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(Leeds: AHRC CentreCATH, University of Leeds, 2006). 17 Khalid Koser, International Migration: A Very Short Introduction (Oxford, New York: Oxford University Press, 2007), pp. 16–19. 18 Giorgio Agamben, Homo Sacer: Sovereign Power and Bare Life (Stanford: Stanford University Press, 1998). 19 Tello, Counter-Memorial Aesthetics, p. 2. 20 The principal example is Barron and Eckmann (eds), Exiles + Emigrés. See also Nicholas Mirzoeff (ed.), Diaspora and Visual Culture: Representing Africans and Jews (London, New York: Routledge, 2000). It is in the writings of T. J

in Migration into art
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. Historically, the conceptualisation of place and movement in the social sciences has been dominated by a dichotomisation between sendentarism and deterritorialisation, i.e. the tendency to perceive human beings as either static, and dwelling in a specific place, or as placeless nomads – and to take the locational stability of sendentarism to be the norm. The mobility turn opposes this dichotomy and testifies to the ongoing attempt to chart and understand how international migration and other mobilities – such as tourism and travel mobilities, for example – have profoundly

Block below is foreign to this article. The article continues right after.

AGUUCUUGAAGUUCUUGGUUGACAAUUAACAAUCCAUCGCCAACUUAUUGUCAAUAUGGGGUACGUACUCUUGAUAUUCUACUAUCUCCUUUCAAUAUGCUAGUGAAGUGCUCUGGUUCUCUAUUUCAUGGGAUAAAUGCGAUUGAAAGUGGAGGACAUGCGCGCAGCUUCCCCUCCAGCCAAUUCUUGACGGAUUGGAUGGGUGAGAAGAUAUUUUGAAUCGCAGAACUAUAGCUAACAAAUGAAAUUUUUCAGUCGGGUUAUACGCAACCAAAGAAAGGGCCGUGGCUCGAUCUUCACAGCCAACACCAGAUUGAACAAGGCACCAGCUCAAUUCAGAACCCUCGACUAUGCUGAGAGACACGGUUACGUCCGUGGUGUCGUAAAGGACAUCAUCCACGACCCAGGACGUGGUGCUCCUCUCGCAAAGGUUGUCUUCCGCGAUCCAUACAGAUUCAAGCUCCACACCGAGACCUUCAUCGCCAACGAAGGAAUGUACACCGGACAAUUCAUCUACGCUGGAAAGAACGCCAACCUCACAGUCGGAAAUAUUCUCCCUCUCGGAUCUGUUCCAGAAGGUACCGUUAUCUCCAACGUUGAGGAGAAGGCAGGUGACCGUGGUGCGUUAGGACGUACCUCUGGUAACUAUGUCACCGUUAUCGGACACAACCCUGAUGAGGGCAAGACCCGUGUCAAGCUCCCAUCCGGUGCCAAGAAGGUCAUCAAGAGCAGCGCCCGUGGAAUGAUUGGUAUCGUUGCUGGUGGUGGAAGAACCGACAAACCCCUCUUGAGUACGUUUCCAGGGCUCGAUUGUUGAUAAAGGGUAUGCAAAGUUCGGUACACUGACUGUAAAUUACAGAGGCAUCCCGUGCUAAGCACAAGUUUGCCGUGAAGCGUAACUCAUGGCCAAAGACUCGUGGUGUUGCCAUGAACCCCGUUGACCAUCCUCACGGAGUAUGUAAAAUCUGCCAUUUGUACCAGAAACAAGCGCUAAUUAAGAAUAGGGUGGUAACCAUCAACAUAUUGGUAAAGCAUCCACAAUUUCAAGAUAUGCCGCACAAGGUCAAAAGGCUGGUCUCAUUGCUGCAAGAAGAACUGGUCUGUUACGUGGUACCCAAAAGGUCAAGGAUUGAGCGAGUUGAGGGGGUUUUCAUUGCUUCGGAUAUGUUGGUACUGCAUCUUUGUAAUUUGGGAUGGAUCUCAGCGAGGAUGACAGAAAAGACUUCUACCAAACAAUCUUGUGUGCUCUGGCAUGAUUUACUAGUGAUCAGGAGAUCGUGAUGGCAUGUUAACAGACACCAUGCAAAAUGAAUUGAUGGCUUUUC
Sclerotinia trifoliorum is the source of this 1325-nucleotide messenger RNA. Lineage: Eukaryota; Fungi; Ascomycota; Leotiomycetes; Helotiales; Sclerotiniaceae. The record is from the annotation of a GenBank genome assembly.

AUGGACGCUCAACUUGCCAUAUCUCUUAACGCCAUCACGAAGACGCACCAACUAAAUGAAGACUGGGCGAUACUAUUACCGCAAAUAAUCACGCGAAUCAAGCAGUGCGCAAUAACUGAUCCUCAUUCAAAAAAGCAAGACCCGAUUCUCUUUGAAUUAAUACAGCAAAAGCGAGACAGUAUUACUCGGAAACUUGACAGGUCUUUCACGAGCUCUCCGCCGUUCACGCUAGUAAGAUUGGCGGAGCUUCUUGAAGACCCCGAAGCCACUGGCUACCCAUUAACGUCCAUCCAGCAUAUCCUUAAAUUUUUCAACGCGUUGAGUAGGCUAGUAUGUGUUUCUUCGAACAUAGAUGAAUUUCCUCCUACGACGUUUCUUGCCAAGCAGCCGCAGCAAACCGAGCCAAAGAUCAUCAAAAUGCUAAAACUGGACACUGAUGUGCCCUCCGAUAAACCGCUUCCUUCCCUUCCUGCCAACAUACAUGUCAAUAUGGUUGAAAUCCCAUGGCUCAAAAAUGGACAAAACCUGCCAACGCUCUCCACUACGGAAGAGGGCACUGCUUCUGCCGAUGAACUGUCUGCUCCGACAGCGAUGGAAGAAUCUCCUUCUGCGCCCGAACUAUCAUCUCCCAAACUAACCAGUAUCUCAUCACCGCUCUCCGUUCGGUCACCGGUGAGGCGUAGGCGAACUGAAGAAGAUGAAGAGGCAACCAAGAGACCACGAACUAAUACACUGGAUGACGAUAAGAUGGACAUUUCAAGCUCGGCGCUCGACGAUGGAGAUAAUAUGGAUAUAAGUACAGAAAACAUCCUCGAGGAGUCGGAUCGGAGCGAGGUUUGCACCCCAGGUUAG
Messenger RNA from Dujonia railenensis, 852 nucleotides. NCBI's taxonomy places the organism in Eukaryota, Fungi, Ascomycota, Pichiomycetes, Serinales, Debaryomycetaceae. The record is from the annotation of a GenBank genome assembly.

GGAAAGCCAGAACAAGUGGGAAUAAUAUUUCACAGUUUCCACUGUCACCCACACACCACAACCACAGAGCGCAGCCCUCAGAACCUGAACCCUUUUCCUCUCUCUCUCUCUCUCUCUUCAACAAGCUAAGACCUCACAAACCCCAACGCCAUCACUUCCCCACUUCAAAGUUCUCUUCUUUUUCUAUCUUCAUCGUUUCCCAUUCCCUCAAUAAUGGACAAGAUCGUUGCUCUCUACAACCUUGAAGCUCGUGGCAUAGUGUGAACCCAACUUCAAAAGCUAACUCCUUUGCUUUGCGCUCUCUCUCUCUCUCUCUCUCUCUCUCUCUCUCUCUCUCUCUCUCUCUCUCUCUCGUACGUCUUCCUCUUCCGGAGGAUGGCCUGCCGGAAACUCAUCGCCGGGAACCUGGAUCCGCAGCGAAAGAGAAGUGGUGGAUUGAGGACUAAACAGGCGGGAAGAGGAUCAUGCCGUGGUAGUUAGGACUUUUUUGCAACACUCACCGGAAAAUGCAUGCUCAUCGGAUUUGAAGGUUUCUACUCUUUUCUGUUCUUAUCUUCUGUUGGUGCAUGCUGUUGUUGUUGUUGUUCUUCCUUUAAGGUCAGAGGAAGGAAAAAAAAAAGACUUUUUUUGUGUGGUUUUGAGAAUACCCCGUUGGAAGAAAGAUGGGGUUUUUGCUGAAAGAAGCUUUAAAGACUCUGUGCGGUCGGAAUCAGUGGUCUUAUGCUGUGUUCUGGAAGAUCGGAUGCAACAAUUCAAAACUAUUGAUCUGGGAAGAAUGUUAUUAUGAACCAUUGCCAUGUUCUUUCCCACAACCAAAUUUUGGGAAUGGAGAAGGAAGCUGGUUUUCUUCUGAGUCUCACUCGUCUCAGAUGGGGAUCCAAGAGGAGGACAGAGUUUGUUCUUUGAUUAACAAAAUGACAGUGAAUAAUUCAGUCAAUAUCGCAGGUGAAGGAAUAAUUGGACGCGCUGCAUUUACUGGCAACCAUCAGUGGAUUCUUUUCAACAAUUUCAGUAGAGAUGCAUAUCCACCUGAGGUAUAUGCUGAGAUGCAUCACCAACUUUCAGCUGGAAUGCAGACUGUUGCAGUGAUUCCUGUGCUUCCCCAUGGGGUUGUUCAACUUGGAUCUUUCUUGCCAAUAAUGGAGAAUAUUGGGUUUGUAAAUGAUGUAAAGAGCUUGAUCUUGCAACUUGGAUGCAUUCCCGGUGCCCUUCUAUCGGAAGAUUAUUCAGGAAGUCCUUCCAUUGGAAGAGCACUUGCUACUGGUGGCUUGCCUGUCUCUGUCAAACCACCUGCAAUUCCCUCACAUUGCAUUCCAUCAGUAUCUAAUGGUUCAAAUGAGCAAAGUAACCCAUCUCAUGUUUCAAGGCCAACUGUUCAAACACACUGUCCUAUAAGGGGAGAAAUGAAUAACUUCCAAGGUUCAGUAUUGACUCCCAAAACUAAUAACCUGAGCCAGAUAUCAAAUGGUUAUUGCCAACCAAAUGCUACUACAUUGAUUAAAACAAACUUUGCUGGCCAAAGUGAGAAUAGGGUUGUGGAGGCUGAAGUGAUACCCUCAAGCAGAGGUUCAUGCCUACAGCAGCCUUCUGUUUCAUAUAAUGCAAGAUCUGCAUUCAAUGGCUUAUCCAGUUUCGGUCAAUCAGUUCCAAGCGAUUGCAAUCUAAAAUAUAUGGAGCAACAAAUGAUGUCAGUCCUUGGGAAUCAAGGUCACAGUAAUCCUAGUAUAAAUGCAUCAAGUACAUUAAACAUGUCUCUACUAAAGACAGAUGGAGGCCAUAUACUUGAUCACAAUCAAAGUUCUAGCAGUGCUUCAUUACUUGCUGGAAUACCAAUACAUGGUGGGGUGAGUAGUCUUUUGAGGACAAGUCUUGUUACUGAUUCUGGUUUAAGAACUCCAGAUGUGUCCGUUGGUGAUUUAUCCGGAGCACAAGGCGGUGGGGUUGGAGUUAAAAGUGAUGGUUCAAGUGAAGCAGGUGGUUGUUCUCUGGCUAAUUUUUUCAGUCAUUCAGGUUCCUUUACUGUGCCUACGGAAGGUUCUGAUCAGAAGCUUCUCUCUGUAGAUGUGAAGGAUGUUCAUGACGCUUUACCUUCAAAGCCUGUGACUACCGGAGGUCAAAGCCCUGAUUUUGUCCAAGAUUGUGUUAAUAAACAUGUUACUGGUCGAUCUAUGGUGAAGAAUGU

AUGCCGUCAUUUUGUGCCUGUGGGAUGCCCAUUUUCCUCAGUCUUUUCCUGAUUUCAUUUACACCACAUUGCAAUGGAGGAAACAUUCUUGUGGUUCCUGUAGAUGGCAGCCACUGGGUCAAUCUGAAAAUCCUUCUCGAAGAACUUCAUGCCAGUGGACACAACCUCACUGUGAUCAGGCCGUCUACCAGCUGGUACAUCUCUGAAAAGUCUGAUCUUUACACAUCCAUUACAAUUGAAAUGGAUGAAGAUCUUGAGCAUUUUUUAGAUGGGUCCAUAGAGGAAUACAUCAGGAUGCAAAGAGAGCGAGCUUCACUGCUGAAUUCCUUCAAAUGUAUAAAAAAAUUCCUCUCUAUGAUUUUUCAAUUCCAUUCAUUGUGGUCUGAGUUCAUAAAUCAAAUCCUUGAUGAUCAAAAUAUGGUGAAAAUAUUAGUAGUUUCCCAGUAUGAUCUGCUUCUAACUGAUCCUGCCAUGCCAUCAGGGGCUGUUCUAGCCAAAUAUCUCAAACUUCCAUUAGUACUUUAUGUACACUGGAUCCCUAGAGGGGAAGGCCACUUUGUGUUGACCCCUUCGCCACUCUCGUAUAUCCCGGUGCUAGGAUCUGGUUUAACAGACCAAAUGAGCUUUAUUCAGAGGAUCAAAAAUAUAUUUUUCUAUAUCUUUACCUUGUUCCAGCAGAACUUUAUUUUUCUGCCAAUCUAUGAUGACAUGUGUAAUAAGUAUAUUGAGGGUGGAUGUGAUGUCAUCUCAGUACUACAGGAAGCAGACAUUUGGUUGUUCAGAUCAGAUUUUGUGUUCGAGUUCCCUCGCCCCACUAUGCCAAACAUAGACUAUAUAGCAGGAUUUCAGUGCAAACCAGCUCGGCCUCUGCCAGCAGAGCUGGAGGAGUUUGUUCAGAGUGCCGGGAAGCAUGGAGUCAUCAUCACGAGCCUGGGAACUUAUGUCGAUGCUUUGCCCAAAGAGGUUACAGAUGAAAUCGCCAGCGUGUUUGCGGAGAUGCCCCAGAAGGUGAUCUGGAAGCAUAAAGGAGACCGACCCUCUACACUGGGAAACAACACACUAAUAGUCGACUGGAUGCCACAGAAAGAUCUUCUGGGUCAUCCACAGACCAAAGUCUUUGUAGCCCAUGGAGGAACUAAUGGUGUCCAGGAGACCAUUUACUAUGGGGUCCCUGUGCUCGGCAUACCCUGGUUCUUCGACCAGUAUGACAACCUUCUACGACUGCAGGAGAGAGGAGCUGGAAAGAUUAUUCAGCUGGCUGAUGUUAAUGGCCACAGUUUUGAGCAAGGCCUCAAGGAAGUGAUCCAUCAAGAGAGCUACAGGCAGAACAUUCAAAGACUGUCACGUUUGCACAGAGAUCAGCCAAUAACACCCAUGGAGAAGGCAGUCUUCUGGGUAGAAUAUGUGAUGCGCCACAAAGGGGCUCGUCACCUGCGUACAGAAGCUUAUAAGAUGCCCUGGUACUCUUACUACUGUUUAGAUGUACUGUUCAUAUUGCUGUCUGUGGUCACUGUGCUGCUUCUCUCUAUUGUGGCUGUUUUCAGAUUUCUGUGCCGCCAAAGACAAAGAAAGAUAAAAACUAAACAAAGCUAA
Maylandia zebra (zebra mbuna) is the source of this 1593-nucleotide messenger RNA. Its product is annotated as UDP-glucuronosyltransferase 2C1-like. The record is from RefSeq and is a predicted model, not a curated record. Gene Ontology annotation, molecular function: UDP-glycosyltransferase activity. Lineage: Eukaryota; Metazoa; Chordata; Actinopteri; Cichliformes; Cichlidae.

in Migration into art

-called ‘political turn’ in contemporary art since the 1990s, it is not surprising that a number of artists have committed themselves to spotlighting the geopolitical issue of the securitisation of borders and its recurrent fatal consequences for unwanted immigrants. Thus, the second part of this chapter focuses on this issue as part of the overall phenomenon of international migration. It examines how the enforcement of the European borders surfaces in the artistic-cinematic imaginary in an analysis of Isaac Julien’s video installation Western Union: Small Boats, and its theme of

in Migration into art

, ‘Current Trends in International Migration in Europe’ (The Council of Europe, 2006),​igra​ tion%​20management/2005_Salt_report_en.pdf (accessed November 2016). 38 There is, of course, also the troublesome issue of what kinds of migrants and nationalities are permitted to pass which national borders, but this is an issue for border studies that I will leave aside, even though the issue has often surfaced in discussions of art, migration and politics; see, for example, Iain Chambers, ‘Adrift and Exposed’, in Lene

in Migration into art